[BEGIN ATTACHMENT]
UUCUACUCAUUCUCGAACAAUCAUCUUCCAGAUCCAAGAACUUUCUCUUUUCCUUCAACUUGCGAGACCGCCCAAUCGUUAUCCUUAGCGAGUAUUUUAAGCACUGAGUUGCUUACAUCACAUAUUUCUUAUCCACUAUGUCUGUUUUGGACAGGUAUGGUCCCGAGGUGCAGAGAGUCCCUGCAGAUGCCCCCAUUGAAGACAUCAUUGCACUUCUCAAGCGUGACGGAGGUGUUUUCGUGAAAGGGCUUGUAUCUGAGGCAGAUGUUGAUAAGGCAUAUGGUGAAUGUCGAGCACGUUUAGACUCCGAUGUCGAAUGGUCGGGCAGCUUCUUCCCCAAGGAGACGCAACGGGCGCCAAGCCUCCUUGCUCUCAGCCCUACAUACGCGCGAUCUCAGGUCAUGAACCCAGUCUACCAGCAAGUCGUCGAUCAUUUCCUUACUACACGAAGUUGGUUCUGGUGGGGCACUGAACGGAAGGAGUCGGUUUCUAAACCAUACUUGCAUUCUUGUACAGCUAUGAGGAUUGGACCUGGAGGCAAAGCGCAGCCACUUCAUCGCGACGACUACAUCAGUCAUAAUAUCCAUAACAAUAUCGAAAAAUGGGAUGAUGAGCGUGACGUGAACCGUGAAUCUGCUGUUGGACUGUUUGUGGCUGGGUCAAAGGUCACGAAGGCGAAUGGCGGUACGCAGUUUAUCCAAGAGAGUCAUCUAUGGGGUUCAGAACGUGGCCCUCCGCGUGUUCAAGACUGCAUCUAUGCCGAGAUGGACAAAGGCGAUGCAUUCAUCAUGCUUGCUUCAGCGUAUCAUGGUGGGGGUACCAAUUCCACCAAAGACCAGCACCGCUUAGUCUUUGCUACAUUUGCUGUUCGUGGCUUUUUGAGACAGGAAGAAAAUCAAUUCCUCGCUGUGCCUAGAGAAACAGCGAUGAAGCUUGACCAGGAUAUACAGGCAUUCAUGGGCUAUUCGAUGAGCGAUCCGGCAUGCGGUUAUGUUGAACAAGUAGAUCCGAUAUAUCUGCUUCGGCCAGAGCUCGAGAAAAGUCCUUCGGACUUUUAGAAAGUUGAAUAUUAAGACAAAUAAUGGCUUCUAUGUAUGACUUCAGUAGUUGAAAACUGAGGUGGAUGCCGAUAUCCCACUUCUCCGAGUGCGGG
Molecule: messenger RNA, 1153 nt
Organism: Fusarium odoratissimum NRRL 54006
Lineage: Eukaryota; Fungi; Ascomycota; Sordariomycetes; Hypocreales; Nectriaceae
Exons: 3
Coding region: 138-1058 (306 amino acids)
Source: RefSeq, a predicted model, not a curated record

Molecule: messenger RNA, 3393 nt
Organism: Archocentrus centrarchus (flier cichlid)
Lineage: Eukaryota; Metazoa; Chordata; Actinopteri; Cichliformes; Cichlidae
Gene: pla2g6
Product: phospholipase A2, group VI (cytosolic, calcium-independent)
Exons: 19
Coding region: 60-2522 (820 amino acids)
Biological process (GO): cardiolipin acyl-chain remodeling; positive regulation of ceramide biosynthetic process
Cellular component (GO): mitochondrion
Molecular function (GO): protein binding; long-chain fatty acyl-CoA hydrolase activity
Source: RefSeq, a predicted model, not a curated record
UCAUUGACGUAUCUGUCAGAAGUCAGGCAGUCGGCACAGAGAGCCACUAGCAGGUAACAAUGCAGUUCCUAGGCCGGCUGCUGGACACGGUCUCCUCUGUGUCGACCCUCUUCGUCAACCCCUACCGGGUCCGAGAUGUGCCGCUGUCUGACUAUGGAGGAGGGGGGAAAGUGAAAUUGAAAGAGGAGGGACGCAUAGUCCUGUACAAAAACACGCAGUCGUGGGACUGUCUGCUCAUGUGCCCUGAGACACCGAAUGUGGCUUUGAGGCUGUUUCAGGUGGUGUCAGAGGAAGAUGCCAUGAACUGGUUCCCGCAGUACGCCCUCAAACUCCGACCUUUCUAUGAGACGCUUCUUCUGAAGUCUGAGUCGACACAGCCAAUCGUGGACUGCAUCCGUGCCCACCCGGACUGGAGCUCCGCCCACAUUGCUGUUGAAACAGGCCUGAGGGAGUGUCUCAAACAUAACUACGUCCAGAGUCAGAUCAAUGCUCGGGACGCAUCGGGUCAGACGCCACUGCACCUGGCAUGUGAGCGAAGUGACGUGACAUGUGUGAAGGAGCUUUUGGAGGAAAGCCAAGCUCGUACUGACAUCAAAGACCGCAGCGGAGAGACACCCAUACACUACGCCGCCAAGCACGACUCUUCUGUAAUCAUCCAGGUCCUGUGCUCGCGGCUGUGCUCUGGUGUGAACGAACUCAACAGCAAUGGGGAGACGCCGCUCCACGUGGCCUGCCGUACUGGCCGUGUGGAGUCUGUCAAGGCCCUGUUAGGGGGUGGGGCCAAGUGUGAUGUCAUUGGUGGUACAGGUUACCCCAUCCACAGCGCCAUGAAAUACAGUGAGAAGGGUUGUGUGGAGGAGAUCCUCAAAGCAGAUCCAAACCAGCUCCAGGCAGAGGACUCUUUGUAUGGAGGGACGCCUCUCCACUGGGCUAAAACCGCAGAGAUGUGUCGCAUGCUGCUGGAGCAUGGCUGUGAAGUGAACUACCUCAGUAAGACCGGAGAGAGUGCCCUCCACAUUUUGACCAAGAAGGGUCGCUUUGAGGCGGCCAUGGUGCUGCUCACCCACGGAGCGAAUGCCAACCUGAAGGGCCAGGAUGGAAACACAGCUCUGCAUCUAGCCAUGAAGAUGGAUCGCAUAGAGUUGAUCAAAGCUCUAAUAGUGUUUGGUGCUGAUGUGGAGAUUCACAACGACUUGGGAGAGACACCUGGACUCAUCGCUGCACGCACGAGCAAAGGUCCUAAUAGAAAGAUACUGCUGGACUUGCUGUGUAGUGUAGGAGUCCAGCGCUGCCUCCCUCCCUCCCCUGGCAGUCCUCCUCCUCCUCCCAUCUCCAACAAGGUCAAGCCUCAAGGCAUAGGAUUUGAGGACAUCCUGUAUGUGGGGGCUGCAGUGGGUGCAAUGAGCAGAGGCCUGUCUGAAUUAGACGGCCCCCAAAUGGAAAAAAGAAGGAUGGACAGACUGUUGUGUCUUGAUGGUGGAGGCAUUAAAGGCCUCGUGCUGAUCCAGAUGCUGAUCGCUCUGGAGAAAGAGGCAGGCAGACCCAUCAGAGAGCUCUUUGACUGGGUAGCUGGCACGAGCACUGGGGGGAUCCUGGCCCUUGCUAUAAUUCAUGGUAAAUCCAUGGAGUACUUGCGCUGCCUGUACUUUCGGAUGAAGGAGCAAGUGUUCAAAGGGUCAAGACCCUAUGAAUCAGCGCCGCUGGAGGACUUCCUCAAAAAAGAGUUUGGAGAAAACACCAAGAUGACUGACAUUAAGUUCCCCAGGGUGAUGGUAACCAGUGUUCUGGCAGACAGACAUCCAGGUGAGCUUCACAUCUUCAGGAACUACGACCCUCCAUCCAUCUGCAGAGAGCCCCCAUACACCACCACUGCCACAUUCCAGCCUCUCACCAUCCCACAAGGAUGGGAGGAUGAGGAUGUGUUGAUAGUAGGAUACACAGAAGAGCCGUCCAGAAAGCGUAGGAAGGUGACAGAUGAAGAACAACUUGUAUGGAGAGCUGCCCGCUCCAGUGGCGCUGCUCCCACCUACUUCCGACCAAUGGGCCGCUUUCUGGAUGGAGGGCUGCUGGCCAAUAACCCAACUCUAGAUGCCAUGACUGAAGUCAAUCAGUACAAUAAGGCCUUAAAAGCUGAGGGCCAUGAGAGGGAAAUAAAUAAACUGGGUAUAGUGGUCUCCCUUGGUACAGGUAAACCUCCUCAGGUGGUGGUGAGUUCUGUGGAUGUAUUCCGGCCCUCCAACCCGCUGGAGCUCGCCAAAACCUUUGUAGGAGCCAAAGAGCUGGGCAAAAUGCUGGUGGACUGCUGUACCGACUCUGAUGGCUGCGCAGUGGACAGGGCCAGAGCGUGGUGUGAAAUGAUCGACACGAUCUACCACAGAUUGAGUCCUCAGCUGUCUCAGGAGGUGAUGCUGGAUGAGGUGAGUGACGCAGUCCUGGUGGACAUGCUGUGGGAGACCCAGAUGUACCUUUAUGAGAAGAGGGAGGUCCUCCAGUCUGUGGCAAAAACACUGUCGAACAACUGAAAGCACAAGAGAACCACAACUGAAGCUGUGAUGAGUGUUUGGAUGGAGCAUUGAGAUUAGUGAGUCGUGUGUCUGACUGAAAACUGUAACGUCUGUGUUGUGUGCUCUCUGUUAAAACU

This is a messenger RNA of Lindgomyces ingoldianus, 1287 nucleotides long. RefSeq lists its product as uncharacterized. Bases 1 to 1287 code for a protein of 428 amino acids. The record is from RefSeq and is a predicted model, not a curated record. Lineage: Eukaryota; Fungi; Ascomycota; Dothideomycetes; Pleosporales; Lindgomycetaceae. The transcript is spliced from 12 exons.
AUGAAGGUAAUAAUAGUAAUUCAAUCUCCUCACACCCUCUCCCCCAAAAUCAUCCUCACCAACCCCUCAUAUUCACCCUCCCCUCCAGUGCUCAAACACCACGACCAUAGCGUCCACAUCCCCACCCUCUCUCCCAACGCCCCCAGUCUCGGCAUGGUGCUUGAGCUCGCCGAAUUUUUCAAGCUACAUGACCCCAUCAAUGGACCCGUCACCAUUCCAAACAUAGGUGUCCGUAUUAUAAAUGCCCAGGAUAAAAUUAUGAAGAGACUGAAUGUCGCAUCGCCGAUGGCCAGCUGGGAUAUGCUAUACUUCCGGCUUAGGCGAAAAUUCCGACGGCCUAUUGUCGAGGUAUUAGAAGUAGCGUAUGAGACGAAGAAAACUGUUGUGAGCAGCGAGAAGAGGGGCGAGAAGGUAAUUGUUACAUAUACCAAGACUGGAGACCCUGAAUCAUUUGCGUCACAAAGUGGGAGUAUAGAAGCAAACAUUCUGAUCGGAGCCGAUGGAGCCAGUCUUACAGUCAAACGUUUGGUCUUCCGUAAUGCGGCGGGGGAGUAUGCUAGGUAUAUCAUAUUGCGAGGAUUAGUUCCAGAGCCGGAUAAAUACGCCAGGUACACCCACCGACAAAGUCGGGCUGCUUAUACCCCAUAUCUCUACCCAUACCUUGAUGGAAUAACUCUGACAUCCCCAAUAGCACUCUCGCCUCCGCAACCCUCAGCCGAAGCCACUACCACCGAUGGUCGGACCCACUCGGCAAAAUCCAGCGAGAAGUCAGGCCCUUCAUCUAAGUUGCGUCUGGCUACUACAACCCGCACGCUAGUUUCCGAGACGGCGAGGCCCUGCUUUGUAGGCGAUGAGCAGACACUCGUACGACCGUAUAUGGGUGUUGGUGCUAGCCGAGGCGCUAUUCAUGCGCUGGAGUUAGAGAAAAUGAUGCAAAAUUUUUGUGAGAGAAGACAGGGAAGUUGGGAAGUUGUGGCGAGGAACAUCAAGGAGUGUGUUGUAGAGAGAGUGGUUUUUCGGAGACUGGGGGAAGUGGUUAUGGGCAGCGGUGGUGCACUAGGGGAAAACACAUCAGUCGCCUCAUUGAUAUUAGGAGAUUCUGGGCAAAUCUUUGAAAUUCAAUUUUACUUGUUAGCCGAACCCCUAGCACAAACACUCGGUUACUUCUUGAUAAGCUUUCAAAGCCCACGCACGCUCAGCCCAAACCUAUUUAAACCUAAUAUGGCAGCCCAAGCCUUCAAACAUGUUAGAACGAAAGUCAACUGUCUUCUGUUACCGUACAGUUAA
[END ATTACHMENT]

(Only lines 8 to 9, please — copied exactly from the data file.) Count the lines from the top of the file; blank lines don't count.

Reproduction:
Molecule: messenger RNA, 3393 nt
Organism: Archocentrus centrarchus (flier cichlid)